You . You need to treat your dental bonding like you would your normal teeth. Normal teeth chip if you chew on ice, open candy wrappers, or plastic wrappers on condiments. Do not open bottles, cans or nail polish tops with your teeth. They mostly likely will chip. Otherwise, good bonding is a good fix to close gaps in the front and reshape other teeth. Read more...
You . You should be able to eat and drink anything you wish, however, i would caution you as I do all of my patients, not to eat too many hard foods, since this can increase the risk of fracturing your own teeth and any bondings you might have. Read more...
My . My philosophy is to live and enjoy life. Your bonding will need periodic polishing and refreshing, but why modify your lifestyle for something that can be corrected easily. With that said, if you want to minimize the amount of maintenance required, don't eat anything that will stain a clean white shirt. Read more...

Is dental bonding right for what I'm looking for? I have some gaps between most of my four front teeth I'm looking to get taken care of. I really dislike the way veneers tend to look. Even though they do usually look real I don't particularly want my teet

It . It is hard to answer you what is "best". The good thing about bonding is that it is less expensive than veneers, and somewhat reversible of you don't care for it. Bad thing is that the composite material is bonded to your teeth, and prone to fracture, de-bonding, and staining. Bonding may not last as long as veneers. On the other hand, veneers are more durable and won't change color. Your dentist will most likely need to remove some tooth structure to fabricate them so that they don't look bulky. They are therefore irreversible. Bonding and veneers can be sculpted and shaped any way you and your dentist want... They are custom made just for your mouth. Maybe the cases you have seen were not as esthetic as they could be. If you decide to go with veneers, your dentist can prep your teeth and make you temporary laminates out of the composite material. After they are shaped and contoured to your liking, models of the temps and pictures can be sent to the lab as a "blueprint" for your final restorations. This way the veneers will closely match the temps. Hope this info helps. Read more...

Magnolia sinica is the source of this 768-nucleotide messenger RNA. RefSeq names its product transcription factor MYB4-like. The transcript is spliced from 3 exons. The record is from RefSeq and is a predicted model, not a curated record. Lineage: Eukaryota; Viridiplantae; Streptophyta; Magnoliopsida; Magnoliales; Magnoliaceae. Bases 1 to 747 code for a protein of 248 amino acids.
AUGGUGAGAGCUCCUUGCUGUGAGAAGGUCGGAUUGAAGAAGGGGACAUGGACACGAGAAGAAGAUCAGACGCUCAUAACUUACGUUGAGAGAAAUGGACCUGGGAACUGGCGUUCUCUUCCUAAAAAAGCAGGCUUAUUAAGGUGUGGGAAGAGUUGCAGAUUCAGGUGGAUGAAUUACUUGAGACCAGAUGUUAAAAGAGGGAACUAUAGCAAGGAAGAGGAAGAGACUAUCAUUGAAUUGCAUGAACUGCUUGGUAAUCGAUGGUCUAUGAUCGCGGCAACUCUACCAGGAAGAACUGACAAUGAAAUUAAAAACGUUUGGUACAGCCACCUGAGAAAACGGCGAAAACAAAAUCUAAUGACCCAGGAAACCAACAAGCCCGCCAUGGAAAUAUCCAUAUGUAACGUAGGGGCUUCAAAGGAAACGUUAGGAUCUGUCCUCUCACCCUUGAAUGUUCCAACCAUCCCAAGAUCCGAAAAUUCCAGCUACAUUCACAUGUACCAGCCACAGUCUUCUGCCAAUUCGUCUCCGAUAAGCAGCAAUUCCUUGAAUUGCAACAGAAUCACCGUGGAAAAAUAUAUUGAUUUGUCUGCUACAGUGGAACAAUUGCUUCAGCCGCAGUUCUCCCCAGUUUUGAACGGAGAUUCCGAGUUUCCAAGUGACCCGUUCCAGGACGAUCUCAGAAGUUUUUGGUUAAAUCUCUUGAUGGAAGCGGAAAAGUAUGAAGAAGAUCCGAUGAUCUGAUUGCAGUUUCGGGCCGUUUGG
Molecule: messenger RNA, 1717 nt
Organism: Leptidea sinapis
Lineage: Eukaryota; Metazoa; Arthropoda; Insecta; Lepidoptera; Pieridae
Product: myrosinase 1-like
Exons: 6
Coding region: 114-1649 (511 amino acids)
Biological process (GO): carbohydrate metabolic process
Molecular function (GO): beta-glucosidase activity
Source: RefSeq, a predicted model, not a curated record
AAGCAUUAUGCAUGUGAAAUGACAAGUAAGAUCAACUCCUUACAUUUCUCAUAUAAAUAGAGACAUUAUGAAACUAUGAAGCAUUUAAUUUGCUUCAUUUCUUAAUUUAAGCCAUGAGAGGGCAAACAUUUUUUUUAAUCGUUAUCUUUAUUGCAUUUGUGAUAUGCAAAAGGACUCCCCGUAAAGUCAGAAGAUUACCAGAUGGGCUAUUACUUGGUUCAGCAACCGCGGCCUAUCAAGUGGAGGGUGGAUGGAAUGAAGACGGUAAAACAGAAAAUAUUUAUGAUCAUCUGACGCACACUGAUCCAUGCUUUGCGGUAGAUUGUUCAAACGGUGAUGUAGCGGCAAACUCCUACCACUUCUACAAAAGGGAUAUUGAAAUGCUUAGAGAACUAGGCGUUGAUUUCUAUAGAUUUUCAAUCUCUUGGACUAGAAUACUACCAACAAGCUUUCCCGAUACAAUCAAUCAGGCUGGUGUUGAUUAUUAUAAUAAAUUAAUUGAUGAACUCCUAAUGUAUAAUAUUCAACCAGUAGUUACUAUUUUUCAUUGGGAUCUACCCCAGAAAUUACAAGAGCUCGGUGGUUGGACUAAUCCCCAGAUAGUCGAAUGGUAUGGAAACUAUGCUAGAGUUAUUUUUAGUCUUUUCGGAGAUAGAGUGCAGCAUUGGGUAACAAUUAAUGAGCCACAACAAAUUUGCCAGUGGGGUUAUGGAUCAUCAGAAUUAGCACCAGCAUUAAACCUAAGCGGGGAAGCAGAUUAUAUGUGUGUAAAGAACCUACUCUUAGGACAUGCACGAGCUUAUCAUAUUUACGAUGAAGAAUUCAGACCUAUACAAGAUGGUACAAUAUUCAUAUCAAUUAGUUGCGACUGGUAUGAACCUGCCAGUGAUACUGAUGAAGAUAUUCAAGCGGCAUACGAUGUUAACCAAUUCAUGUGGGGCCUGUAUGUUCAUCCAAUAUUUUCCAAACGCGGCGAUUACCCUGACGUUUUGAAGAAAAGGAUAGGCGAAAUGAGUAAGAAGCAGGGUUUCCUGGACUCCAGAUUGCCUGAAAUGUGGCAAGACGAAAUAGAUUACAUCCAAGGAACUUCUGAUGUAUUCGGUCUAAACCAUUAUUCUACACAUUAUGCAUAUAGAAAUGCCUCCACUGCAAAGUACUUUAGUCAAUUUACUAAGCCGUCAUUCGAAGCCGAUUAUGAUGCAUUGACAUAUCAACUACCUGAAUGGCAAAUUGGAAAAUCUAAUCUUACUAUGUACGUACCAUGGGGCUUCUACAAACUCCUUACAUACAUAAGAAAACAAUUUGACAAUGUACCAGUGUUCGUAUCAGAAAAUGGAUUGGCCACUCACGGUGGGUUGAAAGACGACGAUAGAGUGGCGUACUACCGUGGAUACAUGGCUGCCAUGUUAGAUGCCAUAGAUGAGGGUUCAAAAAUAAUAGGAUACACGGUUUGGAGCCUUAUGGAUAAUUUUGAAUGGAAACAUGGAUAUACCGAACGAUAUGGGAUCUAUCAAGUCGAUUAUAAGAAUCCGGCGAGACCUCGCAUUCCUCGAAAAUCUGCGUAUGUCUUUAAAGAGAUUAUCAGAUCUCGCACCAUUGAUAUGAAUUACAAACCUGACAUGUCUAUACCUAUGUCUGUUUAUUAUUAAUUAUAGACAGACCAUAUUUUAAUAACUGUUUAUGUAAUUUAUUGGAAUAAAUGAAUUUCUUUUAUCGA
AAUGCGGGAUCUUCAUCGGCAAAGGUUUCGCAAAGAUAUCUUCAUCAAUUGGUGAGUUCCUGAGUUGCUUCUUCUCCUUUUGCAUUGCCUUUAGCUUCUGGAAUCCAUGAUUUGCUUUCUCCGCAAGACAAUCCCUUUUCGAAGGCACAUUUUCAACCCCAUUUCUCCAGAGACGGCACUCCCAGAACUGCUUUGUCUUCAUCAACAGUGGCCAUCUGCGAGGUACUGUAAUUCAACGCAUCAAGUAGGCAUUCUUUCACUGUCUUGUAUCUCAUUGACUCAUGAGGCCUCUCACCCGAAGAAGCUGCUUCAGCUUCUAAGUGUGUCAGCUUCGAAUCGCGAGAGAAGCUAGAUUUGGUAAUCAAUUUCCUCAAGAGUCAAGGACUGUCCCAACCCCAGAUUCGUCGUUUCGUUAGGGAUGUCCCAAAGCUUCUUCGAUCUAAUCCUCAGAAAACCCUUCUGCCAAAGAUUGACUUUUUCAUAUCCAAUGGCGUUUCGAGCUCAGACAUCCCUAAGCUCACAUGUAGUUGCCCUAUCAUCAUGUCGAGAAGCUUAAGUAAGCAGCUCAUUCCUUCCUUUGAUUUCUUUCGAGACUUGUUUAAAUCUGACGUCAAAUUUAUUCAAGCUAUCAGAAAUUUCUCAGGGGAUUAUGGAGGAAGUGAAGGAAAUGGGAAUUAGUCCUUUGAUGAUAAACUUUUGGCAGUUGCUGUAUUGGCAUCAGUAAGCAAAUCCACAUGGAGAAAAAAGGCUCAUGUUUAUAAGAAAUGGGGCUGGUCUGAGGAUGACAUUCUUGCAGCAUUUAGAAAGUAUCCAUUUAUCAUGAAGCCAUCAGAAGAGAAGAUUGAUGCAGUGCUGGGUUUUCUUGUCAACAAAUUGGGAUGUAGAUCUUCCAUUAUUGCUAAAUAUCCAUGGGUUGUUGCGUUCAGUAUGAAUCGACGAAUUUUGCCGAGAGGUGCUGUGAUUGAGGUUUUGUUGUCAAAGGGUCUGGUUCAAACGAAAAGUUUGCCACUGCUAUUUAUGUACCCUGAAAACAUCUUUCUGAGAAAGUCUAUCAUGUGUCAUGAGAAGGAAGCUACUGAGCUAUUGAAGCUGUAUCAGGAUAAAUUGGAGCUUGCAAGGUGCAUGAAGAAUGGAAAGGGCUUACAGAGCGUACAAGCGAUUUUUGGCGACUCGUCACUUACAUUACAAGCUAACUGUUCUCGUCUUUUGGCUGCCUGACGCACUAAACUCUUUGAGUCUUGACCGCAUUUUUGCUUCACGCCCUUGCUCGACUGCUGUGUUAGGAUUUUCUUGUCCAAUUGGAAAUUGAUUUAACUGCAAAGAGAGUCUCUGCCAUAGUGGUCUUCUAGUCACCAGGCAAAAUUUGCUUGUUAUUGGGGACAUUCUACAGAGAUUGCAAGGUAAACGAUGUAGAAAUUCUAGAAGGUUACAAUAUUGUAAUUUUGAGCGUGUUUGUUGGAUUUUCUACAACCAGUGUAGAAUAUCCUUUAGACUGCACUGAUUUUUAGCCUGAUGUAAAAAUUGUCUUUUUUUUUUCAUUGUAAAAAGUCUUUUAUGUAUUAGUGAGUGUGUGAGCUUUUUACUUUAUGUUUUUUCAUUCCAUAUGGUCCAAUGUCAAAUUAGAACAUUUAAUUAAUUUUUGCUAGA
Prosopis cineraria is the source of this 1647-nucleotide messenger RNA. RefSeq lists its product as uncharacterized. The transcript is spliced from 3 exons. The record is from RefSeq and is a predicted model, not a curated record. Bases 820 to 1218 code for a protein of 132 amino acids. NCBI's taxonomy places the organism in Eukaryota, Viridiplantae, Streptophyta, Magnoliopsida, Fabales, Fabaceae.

The . The goal of any "smile makeover" is to enhance the natural look of the smile. Some transformations require more involved restorations than others. However, if the only notable concern is the spacing between the teeth, or gaps the very best treatment may be to do some limited bonding to close the spaces. Filling those gaps with "white" will do wonders to make for a brighter, younger looking smile. Read more...
Done . Done well, free-hand bonding can have an amazing impact on improving your smile. It is a very good alternative to veneers for closing gaps/spaces between teeth while minimizing the change to the teeth themselves. Drawbacks to bonding are that it will not last as long as porcelain veneers and may stain over time. However, you should get many years of service from them. The only problem with bonding for large gaps, especially between the 2 front teeth, is that it is difficult to make the teeth look the right size without a lot of tooth contouring before the bonding. If this is the case for you, you may prefer the veneers as they would be stronger. Just tell the dentist to not make them look too perfect. Read more...